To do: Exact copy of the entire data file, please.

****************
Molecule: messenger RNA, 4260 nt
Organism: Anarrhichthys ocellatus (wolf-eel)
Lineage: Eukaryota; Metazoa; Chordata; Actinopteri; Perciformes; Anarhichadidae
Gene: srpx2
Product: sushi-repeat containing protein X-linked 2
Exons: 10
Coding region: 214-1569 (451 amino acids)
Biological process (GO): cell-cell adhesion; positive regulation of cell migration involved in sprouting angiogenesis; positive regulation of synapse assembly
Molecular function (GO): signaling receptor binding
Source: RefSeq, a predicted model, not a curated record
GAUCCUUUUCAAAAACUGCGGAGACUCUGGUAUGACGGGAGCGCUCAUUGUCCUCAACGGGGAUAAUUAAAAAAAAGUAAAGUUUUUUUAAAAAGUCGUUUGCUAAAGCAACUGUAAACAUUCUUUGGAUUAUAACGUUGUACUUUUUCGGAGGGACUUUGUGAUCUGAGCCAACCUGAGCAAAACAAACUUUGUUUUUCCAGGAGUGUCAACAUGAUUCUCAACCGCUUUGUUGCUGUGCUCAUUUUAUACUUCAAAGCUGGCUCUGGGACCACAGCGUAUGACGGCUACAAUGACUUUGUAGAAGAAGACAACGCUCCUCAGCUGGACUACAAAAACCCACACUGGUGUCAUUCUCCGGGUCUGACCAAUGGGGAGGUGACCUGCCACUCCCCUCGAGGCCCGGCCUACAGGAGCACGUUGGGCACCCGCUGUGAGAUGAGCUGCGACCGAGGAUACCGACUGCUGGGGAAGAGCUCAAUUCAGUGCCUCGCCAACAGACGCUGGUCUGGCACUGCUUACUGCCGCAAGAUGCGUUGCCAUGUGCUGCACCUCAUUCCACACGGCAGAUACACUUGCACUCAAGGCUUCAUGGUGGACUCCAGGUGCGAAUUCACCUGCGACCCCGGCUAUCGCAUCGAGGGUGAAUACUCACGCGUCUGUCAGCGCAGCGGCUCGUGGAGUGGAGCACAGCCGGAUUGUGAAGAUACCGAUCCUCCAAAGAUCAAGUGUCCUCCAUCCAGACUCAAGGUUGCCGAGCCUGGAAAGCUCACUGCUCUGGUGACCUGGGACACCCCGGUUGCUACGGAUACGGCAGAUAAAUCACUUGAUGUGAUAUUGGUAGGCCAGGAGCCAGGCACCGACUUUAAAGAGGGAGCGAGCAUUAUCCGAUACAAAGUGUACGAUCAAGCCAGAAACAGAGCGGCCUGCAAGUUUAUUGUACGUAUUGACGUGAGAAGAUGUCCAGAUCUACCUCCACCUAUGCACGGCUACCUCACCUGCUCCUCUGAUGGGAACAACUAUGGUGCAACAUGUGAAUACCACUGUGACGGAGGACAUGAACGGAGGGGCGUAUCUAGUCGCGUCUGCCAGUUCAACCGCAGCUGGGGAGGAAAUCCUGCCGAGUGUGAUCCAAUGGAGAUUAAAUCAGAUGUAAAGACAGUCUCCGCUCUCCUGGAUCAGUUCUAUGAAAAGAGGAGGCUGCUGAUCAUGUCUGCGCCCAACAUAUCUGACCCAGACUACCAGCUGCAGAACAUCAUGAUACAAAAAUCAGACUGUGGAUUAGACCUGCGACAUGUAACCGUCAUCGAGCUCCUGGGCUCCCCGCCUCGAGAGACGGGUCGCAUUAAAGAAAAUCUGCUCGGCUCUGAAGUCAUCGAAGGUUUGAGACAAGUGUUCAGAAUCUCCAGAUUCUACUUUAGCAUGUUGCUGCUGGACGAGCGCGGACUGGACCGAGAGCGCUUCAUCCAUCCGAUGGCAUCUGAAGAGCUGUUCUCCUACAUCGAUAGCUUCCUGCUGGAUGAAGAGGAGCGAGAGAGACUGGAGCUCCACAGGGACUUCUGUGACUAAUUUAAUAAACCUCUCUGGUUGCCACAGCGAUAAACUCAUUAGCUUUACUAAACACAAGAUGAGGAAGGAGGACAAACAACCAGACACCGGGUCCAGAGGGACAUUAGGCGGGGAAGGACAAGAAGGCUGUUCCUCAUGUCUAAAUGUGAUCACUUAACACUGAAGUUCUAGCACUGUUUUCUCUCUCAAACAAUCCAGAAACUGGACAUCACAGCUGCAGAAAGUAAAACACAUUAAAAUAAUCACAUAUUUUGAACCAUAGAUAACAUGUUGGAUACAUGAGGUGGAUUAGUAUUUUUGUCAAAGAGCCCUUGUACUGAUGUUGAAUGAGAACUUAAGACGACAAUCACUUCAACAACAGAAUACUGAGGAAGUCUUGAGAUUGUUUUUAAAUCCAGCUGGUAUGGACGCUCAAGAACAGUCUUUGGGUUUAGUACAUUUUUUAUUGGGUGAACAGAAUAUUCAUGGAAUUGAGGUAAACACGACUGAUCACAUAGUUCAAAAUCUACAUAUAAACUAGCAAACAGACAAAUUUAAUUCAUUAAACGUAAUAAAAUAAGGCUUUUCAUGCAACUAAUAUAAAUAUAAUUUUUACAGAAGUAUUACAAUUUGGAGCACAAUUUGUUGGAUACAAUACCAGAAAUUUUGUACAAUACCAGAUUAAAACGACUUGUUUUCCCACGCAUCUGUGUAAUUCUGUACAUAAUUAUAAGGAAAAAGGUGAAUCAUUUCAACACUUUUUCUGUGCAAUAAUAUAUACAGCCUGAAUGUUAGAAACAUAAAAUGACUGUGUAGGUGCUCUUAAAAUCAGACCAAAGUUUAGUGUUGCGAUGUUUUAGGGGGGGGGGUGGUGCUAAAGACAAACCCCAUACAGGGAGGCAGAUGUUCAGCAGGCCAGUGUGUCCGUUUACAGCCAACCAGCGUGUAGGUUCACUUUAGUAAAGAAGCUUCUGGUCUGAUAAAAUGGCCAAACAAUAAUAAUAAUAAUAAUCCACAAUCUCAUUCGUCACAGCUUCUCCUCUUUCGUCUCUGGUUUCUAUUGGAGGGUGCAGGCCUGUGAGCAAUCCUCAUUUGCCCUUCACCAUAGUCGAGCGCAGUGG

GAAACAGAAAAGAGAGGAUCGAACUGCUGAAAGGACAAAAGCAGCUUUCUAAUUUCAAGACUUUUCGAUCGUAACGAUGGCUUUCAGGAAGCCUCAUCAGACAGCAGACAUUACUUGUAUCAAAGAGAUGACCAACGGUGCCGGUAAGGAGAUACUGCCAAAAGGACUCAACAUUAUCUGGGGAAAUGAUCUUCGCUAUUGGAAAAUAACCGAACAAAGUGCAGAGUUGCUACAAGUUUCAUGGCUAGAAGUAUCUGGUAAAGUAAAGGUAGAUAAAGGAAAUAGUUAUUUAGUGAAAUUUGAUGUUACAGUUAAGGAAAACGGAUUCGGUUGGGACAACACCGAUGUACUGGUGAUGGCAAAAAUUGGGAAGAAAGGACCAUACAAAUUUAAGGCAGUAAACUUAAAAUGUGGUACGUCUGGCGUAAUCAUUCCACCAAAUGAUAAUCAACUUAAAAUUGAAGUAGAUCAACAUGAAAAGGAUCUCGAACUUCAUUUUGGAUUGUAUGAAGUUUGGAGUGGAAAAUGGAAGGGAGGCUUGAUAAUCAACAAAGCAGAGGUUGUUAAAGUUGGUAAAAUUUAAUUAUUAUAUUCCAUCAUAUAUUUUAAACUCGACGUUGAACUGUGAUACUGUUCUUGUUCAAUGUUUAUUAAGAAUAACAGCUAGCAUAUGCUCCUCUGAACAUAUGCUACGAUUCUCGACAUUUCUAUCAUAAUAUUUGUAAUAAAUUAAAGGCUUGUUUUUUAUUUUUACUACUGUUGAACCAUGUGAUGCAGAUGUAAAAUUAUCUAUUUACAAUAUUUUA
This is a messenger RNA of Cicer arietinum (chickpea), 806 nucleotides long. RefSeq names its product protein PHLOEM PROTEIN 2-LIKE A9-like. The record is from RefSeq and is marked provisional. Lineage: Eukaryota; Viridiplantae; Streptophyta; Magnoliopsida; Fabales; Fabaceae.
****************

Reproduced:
Molecule: messenger RNA, 4260 nt
Organism: Anarrhichthys ocellatus (wolf-eel)
Lineage: Eukaryota; Metazoa; Chordata; Actinopteri; Perciformes; Anarhichadidae
Gene: srpx2
Product: sushi-repeat containing protein X-linked 2
Exons: 10
Coding region: 214-1569 (451 amino acids)
Biological process (GO): cell-cell adhesion; positive regulation of cell migration involved in sprouting angiogenesis; positive regulation of synapse assembly
Molecular function (GO): signaling receptor binding
Source: RefSeq, a predicted model, not a curated record
GAUCCUUUUCAAAAACUGCGGAGACUCUGGUAUGACGGGAGCGCUCAUUGUCCUCAACGGGGAUAAUUAAAAAAAAGUAAAGUUUUUUUAAAAAGUCGUUUGCUAAAGCAACUGUAAACAUUCUUUGGAUUAUAACGUUGUACUUUUUCGGAGGGACUUUGUGAUCUGAGCCAACCUGAGCAAAACAAACUUUGUUUUUCCAGGAGUGUCAACAUGAUUCUCAACCGCUUUGUUGCUGUGCUCAUUUUAUACUUCAAAGCUGGCUCUGGGACCACAGCGUAUGACGGCUACAAUGACUUUGUAGAAGAAGACAACGCUCCUCAGCUGGACUACAAAAACCCACACUGGUGUCAUUCUCCGGGUCUGACCAAUGGGGAGGUGACCUGCCACUCCCCUCGAGGCCCGGCCUACAGGAGCACGUUGGGCACCCGCUGUGAGAUGAGCUGCGACCGAGGAUACCGACUGCUGGGGAAGAGCUCAAUUCAGUGCCUCGCCAACAGACGCUGGUCUGGCACUGCUUACUGCCGCAAGAUGCGUUGCCAUGUGCUGCACCUCAUUCCACACGGCAGAUACACUUGCACUCAAGGCUUCAUGGUGGACUCCAGGUGCGAAUUCACCUGCGACCCCGGCUAUCGCAUCGAGGGUGAAUACUCACGCGUCUGUCAGCGCAGCGGCUCGUGGAGUGGAGCACAGCCGGAUUGUGAAGAUACCGAUCCUCCAAAGAUCAAGUGUCCUCCAUCCAGACUCAAGGUUGCCGAGCCUGGAAAGCUCACUGCUCUGGUGACCUGGGACACCCCGGUUGCUACGGAUACGGCAGAUAAAUCACUUGAUGUGAUAUUGGUAGGCCAGGAGCCAGGCACCGACUUUAAAGAGGGAGCGAGCAUUAUCCGAUACAAAGUGUACGAUCAAGCCAGAAACAGAGCGGCCUGCAAGUUUAUUGUACGUAUUGACGUGAGAAGAUGUCCAGAUCUACCUCCACCUAUGCACGGCUACCUCACCUGCUCCUCUGAUGGGAACAACUAUGGUGCAACAUGUGAAUACCACUGUGACGGAGGACAUGAACGGAGGGGCGUAUCUAGUCGCGUCUGCCAGUUCAACCGCAGCUGGGGAGGAAAUCCUGCCGAGUGUGAUCCAAUGGAGAUUAAAUCAGAUGUAAAGACAGUCUCCGCUCUCCUGGAUCAGUUCUAUGAAAAGAGGAGGCUGCUGAUCAUGUCUGCGCCCAACAUAUCUGACCCAGACUACCAGCUGCAGAACAUCAUGAUACAAAAAUCAGACUGUGGAUUAGACCUGCGACAUGUAACCGUCAUCGAGCUCCUGGGCUCCCCGCCUCGAGAGACGGGUCGCAUUAAAGAAAAUCUGCUCGGCUCUGAAGUCAUCGAAGGUUUGAGACAAGUGUUCAGAAUCUCCAGAUUCUACUUUAGCAUGUUGCUGCUGGACGAGCGCGGACUGGACCGAGAGCGCUUCAUCCAUCCGAUGGCAUCUGAAGAGCUGUUCUCCUACAUCGAUAGCUUCCUGCUGGAUGAAGAGGAGCGAGAGAGACUGGAGCUCCACAGGGACUUCUGUGACUAAUUUAAUAAACCUCUCUGGUUGCCACAGCGAUAAACUCAUUAGCUUUACUAAACACAAGAUGAGGAAGGAGGACAAACAACCAGACACCGGGUCCAGAGGGACAUUAGGCGGGGAAGGACAAGAAGGCUGUUCCUCAUGUCUAAAUGUGAUCACUUAACACUGAAGUUCUAGCACUGUUUUCUCUCUCAAACAAUCCAGAAACUGGACAUCACAGCUGCAGAAAGUAAAACACAUUAAAAUAAUCACAUAUUUUGAACCAUAGAUAACAUGUUGGAUACAUGAGGUGGAUUAGUAUUUUUGUCAAAGAGCCCUUGUACUGAUGUUGAAUGAGAACUUAAGACGACAAUCACUUCAACAACAGAAUACUGAGGAAGUCUUGAGAUUGUUUUUAAAUCCAGCUGGUAUGGACGCUCAAGAACAGUCUUUGGGUUUAGUACAUUUUUUAUUGGGUGAACAGAAUAUUCAUGGAAUUGAGGUAAACACGACUGAUCACAUAGUUCAAAAUCUACAUAUAAACUAGCAAACAGACAAAUUUAAUUCAUUAAACGUAAUAAAAUAAGGCUUUUCAUGCAACUAAUAUAAAUAUAAUUUUUACAGAAGUAUUACAAUUUGGAGCACAAUUUGUUGGAUACAAUACCAGAAAUUUUGUACAAUACCAGAUUAAAACGACUUGUUUUCCCACGCAUCUGUGUAAUUCUGUACAUAAUUAUAAGGAAAAAGGUGAAUCAUUUCAACACUUUUUCUGUGCAAUAAUAUAUACAGCCUGAAUGUUAGAAACAUAAAAUGACUGUGUAGGUGCUCUUAAAAUCAGACCAAAGUUUAGUGUUGCGAUGUUUUAGGGGGGGGGGUGGUGCUAAAGACAAACCCCAUACAGGGAGGCAGAUGUUCAGCAGGCCAGUGUGUCCGUUUACAGCCAACCAGCGUGUAGGUUCACUUUAGUAAAGAAGCUUCUGGUCUGAUAAAAUGGCCAAACAAUAAUAAUAAUAAUAAUCCACAAUCUCAUUCGUCACAGCUUCUCCUCUUUCGUCUCUGGUUUCUAUUGGAGGGUGCAGGCCUGUGAGCAAUCCUCAUUUGCCCUUCACCAUAGUCGAGCGCAGUGG

GAAACAGAAAAGAGAGGAUCGAACUGCUGAAAGGACAAAAGCAGCUUUCUAAUUUCAAGACUUUUCGAUCGUAACGAUGGCUUUCAGGAAGCCUCAUCAGACAGCAGACAUUACUUGUAUCAAAGAGAUGACCAACGGUGCCGGUAAGGAGAUACUGCCAAAAGGACUCAACAUUAUCUGGGGAAAUGAUCUUCGCUAUUGGAAAAUAACCGAACAAAGUGCAGAGUUGCUACAAGUUUCAUGGCUAGAAGUAUCUGGUAAAGUAAAGGUAGAUAAAGGAAAUAGUUAUUUAGUGAAAUUUGAUGUUACAGUUAAGGAAAACGGAUUCGGUUGGGACAACACCGAUGUACUGGUGAUGGCAAAAAUUGGGAAGAAAGGACCAUACAAAUUUAAGGCAGUAAACUUAAAAUGUGGUACGUCUGGCGUAAUCAUUCCACCAAAUGAUAAUCAACUUAAAAUUGAAGUAGAUCAACAUGAAAAGGAUCUCGAACUUCAUUUUGGAUUGUAUGAAGUUUGGAGUGGAAAAUGGAAGGGAGGCUUGAUAAUCAACAAAGCAGAGGUUGUUAAAGUUGGUAAAAUUUAAUUAUUAUAUUCCAUCAUAUAUUUUAAACUCGACGUUGAACUGUGAUACUGUUCUUGUUCAAUGUUUAUUAAGAAUAACAGCUAGCAUAUGCUCCUCUGAACAUAUGCUACGAUUCUCGACAUUUCUAUCAUAAUAUUUGUAAUAAAUUAAAGGCUUGUUUUUUAUUUUUACUACUGUUGAACCAUGUGAUGCAGAUGUAAAAUUAUCUAUUUACAAUAUUUUA
This is a messenger RNA of Cicer arietinum (chickpea), 806 nucleotides long. RefSeq names its product protein PHLOEM PROTEIN 2-LIKE A9-like. The record is from RefSeq and is marked provisional. Lineage: Eukaryota; Viridiplantae; Streptophyta; Magnoliopsida; Fabales; Fabaceae.